6 down and 6 more to go! I reckon I’m going to finish this course, which is a bit of a challenge for me, starting something and going for it every week.  I hope you are still enjoying following these courses as some of them are a bit boring, but I’m counting on the bigger picture to knowing the city I am in at the moment to be more than just what it seems in touristy brochures.

This course takes us to the modern side of Nagoya – “that continues to modernise; a profound city that combines modernity with human warmth.” That’s the intro quote from this week’s Chapter 6 of the 12 Chapters of Nagoya Tour.  When I read through this week’s course I thought – easy! it’s my immediate neighbourhood!  So I took advantage of the power of editing and took this course leisurely.  So, here we go for this week’s stroll.  Enjoy!

1.  Nagoya Station Mae.  The station Mae is famous for the number of skyscrapers in a small area around the Nagoya Station.  Originally opened in 1886, surrounded by marsh, in what was then considered an outlying area of the city.  Formerly a wooden station building reformed in 1937 to what is now a modern structure.  After WWII the area became a commercial area with the city’s first underground commercial facility in 1937.

The station is complex and crowded.  When walking around to find something I have lost my way here many times, but my trick was to keep walking around and it seems to just take you back around where you first started.  Eventually, you will find what you were looking for in the first place.  I have included Nana-chan in the photo gallery as she is considered one of the main meeting points when you get to Nagoya Station.


2.  Yanagibashi Central Wholesale Market.  Markets in this area started as a group of wholesalers in the late Meiji Period (1868-1912).  This area is famous both with the local and international tourists.  A short walk from the Nagoya Station in the city centre and a rarity in Japan.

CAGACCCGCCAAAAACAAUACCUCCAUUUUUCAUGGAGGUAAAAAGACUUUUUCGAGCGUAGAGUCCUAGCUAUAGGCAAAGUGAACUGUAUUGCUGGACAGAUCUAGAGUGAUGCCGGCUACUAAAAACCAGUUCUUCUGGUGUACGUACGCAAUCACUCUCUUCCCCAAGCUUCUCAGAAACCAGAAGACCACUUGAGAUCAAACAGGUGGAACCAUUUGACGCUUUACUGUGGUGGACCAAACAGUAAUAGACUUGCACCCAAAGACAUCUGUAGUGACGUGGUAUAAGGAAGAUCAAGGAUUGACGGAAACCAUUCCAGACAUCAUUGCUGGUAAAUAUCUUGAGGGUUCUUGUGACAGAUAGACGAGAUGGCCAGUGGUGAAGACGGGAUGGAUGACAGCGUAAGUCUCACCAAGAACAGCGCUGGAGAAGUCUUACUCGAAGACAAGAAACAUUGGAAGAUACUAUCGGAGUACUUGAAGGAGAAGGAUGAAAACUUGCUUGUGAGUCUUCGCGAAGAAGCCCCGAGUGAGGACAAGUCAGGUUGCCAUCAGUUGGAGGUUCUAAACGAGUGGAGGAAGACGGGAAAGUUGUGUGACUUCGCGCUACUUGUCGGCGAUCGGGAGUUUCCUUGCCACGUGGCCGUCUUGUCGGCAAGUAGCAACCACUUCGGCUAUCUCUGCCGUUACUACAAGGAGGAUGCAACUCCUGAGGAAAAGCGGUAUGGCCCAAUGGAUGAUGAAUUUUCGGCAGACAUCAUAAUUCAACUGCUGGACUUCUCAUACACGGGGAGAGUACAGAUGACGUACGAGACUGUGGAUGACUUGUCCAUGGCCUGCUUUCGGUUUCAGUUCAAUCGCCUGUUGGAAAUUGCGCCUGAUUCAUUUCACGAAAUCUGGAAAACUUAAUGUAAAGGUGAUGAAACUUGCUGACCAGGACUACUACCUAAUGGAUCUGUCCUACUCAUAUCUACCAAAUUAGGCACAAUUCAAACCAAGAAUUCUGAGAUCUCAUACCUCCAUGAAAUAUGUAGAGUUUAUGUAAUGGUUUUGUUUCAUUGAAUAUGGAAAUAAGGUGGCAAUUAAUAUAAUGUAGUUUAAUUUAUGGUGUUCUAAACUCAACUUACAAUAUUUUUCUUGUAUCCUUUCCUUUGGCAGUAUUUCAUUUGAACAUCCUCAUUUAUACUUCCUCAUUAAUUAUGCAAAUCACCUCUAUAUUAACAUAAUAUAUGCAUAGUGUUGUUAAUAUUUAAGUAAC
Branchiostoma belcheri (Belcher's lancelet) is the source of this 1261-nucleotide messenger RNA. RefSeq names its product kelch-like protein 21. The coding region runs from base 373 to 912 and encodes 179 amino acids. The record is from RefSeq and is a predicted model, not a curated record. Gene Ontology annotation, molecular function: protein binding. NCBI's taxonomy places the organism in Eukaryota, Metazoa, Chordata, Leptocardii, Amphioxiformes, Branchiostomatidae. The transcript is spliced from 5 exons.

When I arrived at the market street around midday the whole area was clean, quiet and closed.  Only when I listened to the podcast did I learn that this market was mostly opened during the morning.  There were still some stalls closing up, but I did not miss taking photos of the life after the rush.


3.  Nayabashi Bridge.  Nayabashi Bridge spans the Horikawa River, which flows from the north to the south through the center of Nagoya, both believed to be built in 1610 in conjunction with the building of the Nagoya Castle.  The current retro bridge was re-built in 1981.  Recently, restaurants and cafes are popular around the bridge and along the river.


4.  Nagoya City Science Museum.  Opened in 2011 the dome belongs to the Brother Earth Planetarium of the Nagoya City Science Museum, one of Japan’s finest comprehensive museums and the world’s largest.  Once inside one may experience standing in an artificial tornado as well as being in an aurora laboratory in -30 degrees celsius.

Unfortunately, I have not been inside this museum as all the tours and instructions are in Japanese.  I just enjoy the changes it goes through the year.


5.  Sunshine Sakae.  The Sky Boat ferris wheel is the first sight that stands out of downtown Sakae area.  The building is known for various entertainment venues, restaurants, pubs and cafes.  Popular amongst the younger Japanese crowd as well as those who want to experience a little bit of Japanese pop culture.